[57]   The present was not such a case. Even though he succeeded in some of the charges against him, the practitioner was found guilty of some seven charges that resulted in the ultimate sanction being imposed upon him of removal from the roll. No exceptional circumstances existed to defeat the mandatory requirement imposed by s 286(1) that he pay the costs including those of the Commissioner. That being so, the Tribunal was required to make the order that was made in this matter. In any event, if his Honour had discretion, it was or would have been appropriately exercised by making the order he did.

(emphasis added)

  1. [28]
    Secondly, counsel for the respondent argued that exceptional circumstances arose from the fact that, in its investigation, and notwithstanding that the matter involved a proceeding in New South Wales, the applicant did not consider whether there were issues of jurisdiction in its investigative report. Reference was made to the decision of Thomas J in an earlier interlocutory hearing to determine the jurisdictional point then being ventilated by the respondent,[9] in which his Honour considered it unnecessary at that point to make a finding about the respondent’s physical location when he sent the emails. Following that hearing, the applicant then sought and obtained the consent of the New South Wales Legal Services Commissioner.  The respondent contends that the applicant ought not have its costs prior to 12 September 2017, when the applicant obtained evidence that the server from which the emails were sent was in Brisbane, or alternatively prior to 6 November 2017 when the consent of the New South Wales Legal Services Commissioner was obtained.
  2. [29]
    These arguments cannot be accepted:
    1. (a)
      This Tribunal determined the jurisdictional objection raised by the respondent on the basis that the physical location of the server was sufficient to confer jurisdiction.  It was necessary for the applicant to obtain evidence of the physical location of the server because the respondent had raised this as one of several jurisdictional objections.  The fact that the applicant put on evidence to successfully meet one of those objections does not constitute an exceptional circumstance;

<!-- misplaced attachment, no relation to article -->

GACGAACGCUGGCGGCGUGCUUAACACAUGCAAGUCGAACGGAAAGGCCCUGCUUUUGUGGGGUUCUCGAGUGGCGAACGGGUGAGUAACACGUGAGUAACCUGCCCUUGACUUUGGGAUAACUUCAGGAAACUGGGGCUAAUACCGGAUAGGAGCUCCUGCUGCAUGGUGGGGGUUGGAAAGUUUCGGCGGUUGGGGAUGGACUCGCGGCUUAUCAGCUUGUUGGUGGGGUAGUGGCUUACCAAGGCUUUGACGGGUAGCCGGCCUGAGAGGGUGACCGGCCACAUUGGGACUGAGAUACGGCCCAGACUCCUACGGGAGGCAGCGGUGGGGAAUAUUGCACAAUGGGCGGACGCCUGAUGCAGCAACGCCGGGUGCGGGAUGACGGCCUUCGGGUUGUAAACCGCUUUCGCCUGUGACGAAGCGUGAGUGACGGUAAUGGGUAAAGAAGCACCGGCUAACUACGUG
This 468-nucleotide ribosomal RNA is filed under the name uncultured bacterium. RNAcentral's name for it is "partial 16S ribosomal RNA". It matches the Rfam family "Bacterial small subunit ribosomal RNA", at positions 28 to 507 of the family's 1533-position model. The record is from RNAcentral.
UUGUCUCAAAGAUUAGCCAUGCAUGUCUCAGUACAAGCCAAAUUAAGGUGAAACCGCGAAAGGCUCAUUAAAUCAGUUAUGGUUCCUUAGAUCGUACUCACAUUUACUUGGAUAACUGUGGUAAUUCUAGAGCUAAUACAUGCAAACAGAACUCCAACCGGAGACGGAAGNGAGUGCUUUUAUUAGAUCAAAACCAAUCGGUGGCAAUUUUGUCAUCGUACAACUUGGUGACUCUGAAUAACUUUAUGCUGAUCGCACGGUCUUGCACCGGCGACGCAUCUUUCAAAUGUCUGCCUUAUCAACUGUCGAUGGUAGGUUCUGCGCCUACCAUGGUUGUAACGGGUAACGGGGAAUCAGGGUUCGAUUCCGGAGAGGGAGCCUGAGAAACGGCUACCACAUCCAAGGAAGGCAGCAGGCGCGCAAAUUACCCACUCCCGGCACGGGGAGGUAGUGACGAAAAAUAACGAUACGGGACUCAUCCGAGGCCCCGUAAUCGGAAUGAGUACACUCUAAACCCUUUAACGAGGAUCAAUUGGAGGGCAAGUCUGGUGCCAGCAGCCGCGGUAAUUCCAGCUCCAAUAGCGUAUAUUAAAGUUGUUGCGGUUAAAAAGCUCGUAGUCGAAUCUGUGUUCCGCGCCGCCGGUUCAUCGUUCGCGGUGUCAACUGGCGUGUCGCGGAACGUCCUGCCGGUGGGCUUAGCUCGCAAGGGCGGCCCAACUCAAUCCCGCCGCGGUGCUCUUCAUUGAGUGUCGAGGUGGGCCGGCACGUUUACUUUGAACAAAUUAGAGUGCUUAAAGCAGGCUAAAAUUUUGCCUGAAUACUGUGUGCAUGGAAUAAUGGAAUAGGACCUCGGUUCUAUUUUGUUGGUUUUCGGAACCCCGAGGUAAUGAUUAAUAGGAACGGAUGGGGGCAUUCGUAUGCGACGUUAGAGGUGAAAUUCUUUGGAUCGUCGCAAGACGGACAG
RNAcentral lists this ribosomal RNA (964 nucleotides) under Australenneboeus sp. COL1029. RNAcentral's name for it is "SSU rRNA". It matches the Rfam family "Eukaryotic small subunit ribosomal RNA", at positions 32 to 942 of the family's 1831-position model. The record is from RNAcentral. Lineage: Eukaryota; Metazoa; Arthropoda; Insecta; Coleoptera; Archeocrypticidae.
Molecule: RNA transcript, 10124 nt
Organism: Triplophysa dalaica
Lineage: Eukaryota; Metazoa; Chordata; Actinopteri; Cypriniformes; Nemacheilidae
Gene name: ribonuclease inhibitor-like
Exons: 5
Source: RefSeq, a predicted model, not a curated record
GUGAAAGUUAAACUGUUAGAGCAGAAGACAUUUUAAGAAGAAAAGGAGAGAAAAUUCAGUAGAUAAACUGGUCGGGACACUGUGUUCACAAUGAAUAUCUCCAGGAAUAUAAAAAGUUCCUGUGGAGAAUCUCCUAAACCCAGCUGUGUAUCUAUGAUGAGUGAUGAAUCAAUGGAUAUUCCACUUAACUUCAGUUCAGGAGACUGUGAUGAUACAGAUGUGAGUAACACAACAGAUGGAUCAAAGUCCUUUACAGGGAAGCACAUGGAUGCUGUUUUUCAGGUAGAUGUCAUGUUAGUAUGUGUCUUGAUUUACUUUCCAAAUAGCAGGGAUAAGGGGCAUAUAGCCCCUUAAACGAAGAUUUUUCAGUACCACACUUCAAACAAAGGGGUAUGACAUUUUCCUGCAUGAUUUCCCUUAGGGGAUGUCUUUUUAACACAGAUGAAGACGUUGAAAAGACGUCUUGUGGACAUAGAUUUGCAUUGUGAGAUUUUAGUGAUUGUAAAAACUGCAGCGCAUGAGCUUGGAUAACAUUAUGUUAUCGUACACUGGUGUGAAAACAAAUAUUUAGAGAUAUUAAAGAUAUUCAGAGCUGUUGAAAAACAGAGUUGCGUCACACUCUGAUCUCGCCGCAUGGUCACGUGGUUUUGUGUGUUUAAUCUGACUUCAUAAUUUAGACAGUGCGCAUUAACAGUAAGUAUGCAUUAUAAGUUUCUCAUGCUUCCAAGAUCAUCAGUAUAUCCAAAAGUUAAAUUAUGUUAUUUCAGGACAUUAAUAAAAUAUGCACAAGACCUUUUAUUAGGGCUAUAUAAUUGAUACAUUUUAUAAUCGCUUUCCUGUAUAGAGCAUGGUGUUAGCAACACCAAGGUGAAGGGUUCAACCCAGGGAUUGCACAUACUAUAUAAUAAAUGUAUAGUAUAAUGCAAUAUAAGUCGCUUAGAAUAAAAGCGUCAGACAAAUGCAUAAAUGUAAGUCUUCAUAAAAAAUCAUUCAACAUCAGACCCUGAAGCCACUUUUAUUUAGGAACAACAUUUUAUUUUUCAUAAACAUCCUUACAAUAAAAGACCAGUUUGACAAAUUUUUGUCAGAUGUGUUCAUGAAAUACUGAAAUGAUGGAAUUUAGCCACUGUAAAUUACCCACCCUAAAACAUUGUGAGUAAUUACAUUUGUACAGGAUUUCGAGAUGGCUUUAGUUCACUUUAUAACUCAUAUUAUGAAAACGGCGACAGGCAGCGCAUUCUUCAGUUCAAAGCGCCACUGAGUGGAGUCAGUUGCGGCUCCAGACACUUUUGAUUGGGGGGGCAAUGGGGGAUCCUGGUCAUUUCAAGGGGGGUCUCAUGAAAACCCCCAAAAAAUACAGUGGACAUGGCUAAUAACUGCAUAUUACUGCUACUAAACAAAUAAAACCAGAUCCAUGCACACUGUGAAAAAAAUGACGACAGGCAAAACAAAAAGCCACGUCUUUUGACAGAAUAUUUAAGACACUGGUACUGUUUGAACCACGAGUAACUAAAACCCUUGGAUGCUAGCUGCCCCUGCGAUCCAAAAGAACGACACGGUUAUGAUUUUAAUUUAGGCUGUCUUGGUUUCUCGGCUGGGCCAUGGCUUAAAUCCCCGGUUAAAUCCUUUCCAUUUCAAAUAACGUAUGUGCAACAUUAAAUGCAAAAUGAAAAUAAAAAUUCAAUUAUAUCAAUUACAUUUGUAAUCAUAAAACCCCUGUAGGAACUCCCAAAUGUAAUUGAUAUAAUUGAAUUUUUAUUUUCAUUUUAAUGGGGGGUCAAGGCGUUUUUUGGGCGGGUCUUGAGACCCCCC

2. (b)
      For the reasons given in the principal decision, it was not necessary to consider the alternative argument about the lack of consent of the New South Wales Legal Services Commissioner, and accordingly this does not found an ‘exceptional circumstance’ argument; and
    3. (c)
      In any event, for the reasons stated above, ‘costs’ in s 462(1) means all the costs of the discipline application.
  3. [30]
    Finally, the respondent sought his costs of an interlocutory hearing on 15 November 2017, at which the applicant was ordered to provide further and better particulars.  In fact, what was ordered on that day was only part of a much wider-ranging application which had been filed by the respondent.  Ultimately, only some of the particulars sought by the respondent were ordered to be provided, so at best the respondent was only successful in part.  The costs of that application were reserved and, as is conventional, ought to follow the outcome in the principal proceeding.  In any event, the LPA would permit an order for payment of those costs to the respondent only if there had been no finding of unsatisfactory professional conduct and ‘special circumstances’ warranting the making of such an order had been demonstrated.[10]
  4. [31]
    Accordingly, there are no ‘exceptional circumstances’, and therefore no reason why the mandate of s 462(1) ought not apply in this case.


  1. [32]
    For these reasons, the Tribunal orders that:
  1. The respondent Benjamin Che Trost is publicly reprimanded;
  2. The respondent pay the applicant’s costs of and incidental to this discipline application, such costs to be assessed on the standard basis as if this were a proceeding before the Supreme Court of Queensland.


[1]Legal Services Commissioner v Trost [2019] QCAT 357 (‘Trost [2019]’).

[2]  Written submissions on behalf of the Respondent filed 17 January 2020.

[3]Legal Services Commissioner v Madden (No 2) [2009] 1 Qd R 149, [122]; see also Legal Services Commissioner v Meehan [2019] QCAT 17, [31].

[4][2016] QCAT 185.

[5][2006] NSWADT 39.

[6]Trost [2019], [94].

[7]Ibid [41], [45].

[8][2006] QCA 145; see also Legal Services Commissioner v Bone [2014] QCA 179.

[9]Legal Services Commissioner v Trost [2017] QCAT 171.

[10]Legal Profession Act 2007 (Qld) s 462(4).


Editorial Notes

  • Published Case Name:

    Legal Services Commissioner v Benjamin Che Trost (No 3)

  • Shortened Case Name:

    Legal Services Commissioner v Trost (No 3)

  • MNC:

    [2020] QCAT 86

  • Court:


  • Judge(s):

    Daubney J

  • Date:

    09 Apr 2020

Appeal Status